Massive military spending highlights US vulnerability

AS the US forces could lose the next war to Russia or China, the Trump administration has set aside the biggest military spending ever for 2018 while setting a record in deploying its Special Operations troops in as many as 149 nations around the globe this year.

A new in-depth report from the US-based strategic think-tank RAND Corporation has suggested that under the threat of open confrontation with Russia and China, the US is likely to suffer sufficient losses and eventually will be defeated.

Thanks to their major technology advancements over the past years, Russia and China have now reached a level that they can top the US in certain areas of military prowess, the 190-page document’s authors said, warning that limited budget and a lack of enough forces to support the “ambitious” US military plan were hindering American forces.

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“Put more starkly, assessments in this report will show that US forces could, under plausible assumptions, lose the next war they are called upon to fight, despite the US outspending China military forces by a ratio of 2.7:1 and Russia by 6:1,” the document continued. “The nation needs to do better than this.”

Despite spending billions on sending troops and equipment to Russia’s borders in the Baltic region, the NATO military alliance could not withstand a “determined, short-warning Russian attack” either.

“In short, we concluded that, as currently postured, NATO cannot defend the Baltic states against a determined, short-warning Russian attack,” the document said.

The US-based think tank also stressed that along with Russia and China, North Korea, Iran and Salafist jihadist groups also pose a threat to US national security.

The US faces a nuclear and missile tests from North Korea which Washington and Asian allies “lack satisfactory answers.”

Analysts in Facebook pages say what the US under President Trump has done to keep its dominant leadership in the world is to spend more on its military and send more troops into other nations.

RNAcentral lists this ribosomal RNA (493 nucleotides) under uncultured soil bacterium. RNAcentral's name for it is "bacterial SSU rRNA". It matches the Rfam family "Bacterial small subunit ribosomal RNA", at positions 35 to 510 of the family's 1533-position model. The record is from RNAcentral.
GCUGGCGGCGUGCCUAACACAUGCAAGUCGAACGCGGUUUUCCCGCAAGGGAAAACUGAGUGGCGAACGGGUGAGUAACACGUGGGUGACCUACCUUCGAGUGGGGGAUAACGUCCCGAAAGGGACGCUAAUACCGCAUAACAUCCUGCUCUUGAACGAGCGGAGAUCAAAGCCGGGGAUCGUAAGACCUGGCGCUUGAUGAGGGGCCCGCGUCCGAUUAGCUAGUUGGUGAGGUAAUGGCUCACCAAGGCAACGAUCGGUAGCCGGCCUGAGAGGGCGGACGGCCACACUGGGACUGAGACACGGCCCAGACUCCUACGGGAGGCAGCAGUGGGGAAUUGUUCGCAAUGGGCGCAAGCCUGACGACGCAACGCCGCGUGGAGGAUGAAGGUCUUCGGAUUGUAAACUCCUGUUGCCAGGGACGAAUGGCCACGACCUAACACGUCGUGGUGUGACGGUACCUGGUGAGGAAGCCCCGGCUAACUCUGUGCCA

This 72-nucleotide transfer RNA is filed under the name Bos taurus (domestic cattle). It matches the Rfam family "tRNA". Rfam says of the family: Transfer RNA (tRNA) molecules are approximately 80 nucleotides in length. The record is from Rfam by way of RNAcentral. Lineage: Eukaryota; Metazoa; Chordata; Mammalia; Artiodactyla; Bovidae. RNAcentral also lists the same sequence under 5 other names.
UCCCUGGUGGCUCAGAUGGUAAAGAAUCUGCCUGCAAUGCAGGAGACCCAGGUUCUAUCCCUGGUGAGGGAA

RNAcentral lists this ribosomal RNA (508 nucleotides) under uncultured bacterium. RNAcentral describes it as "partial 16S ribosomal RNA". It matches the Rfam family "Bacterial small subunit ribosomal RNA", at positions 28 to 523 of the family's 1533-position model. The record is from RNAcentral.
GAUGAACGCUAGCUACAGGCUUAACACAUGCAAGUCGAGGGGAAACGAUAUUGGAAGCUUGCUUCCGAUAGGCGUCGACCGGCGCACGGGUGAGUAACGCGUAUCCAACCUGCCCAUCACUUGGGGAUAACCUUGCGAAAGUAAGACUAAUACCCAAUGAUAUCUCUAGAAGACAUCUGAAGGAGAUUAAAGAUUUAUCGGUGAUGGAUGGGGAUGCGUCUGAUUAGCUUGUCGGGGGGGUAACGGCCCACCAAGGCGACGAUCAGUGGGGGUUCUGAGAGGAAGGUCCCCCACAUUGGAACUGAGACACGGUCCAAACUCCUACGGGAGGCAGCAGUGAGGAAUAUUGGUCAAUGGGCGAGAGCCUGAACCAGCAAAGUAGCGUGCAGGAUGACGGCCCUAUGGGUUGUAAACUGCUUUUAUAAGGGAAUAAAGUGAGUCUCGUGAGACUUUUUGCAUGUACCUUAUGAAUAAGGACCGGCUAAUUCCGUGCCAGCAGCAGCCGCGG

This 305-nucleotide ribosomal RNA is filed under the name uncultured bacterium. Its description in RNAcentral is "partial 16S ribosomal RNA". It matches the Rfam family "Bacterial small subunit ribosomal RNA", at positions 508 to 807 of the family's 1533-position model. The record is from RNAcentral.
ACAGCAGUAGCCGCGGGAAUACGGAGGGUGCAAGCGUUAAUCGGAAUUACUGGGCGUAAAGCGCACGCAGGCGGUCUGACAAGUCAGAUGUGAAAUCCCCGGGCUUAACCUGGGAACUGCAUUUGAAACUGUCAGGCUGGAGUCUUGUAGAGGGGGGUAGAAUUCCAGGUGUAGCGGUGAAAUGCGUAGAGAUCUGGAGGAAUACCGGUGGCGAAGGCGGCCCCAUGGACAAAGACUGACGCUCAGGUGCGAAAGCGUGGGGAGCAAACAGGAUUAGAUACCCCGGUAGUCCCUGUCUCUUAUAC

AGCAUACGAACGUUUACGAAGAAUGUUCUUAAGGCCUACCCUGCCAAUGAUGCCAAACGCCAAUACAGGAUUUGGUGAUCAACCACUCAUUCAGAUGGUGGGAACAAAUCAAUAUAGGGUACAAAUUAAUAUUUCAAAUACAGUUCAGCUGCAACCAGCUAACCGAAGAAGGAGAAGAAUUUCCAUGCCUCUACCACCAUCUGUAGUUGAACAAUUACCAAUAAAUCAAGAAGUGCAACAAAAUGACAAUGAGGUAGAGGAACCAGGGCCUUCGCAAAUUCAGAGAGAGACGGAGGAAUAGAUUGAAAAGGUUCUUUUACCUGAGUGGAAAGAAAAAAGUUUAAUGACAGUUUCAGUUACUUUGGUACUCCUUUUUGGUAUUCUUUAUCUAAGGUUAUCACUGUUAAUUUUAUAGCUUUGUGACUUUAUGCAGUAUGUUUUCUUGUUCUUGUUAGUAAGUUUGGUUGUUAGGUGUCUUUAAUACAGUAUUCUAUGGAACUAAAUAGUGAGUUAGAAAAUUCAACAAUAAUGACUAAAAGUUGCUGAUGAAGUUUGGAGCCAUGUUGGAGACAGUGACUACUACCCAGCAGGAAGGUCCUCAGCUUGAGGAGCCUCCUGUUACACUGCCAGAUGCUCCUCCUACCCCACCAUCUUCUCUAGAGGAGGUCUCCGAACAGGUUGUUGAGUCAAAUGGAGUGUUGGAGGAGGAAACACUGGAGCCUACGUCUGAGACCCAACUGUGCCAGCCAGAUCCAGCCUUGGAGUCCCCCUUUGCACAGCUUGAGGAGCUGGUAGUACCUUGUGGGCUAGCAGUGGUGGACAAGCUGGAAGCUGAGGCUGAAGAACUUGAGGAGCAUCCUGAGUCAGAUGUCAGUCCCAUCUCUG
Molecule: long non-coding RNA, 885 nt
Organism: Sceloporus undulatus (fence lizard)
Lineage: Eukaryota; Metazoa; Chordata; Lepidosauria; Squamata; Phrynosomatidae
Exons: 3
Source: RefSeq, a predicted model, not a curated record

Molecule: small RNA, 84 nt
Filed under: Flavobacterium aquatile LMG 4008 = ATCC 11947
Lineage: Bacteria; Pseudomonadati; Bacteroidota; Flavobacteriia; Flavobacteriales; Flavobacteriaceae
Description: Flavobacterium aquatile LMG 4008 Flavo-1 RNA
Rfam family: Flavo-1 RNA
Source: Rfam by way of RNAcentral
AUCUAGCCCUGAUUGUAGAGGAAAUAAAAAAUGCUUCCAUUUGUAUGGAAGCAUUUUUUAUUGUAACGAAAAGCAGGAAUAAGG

The US military budget of US$700 billion for the Fiscal Year 2018 was just signed into law on December 12, 2017 by President Trump.  Military spending is the second largest federal government expenditure after Social Security at $1 trillion.

U.S. military spending is larger than the next nine countries combined and perceived to be the among world’s most powerful nations including Russia, China, Germany and the United Kingdom.
Analysts also added that aside from huge military spending, the Trump administration has also set a record in deploying its troops around the world in an ever-widening net of American outreach at the end of a gun barrel.

According to latest data, US Special Operations troops, including Navy Seals and Army Green Berets, were deployed in 149 nations in 2017, a 150 percent jump from the administration of George W. Bush, and a modern record for shipping US military policy around the globe.

“We operate and fight in every corner of the world,” recently boasted chief of US Special Operations Command (SOCOM) General Raymond Thomas.

“Rather than a mere ‘break-glass-in-case-of-war’ force, we are now proactively engaged across the ‘battle space’ of the Geographic Combatant Commands,” Thomas proudly said, adding that US forces were globally “providing key integrating and enabling capabilities to support campaigns and operations.

However, analysts said, after winning the World War II, the US clout has been dented by the fact that it lost ridiculously in the Vietnam war and just lately in the proxy war in Syria, whose government got a strong support from Russia.

So President Trump’s recent recognition of Jerusalem as the capital of Israel, reversing nearly seven decades of American foreign policy and setting in motion a plan to move its Embassy from Tel Aviv to the fiercely contested Holy City is seen as a move to create conflicts further in the Middle East region, analysts claimed.


Top: US troops in Afghanistan. Photo: CNN

In-text: File- US soldiers stand in formation during a military ceremony in Illesheim, Germany, on March 9, 2017. Photo: AP via

By Kowit Sanandang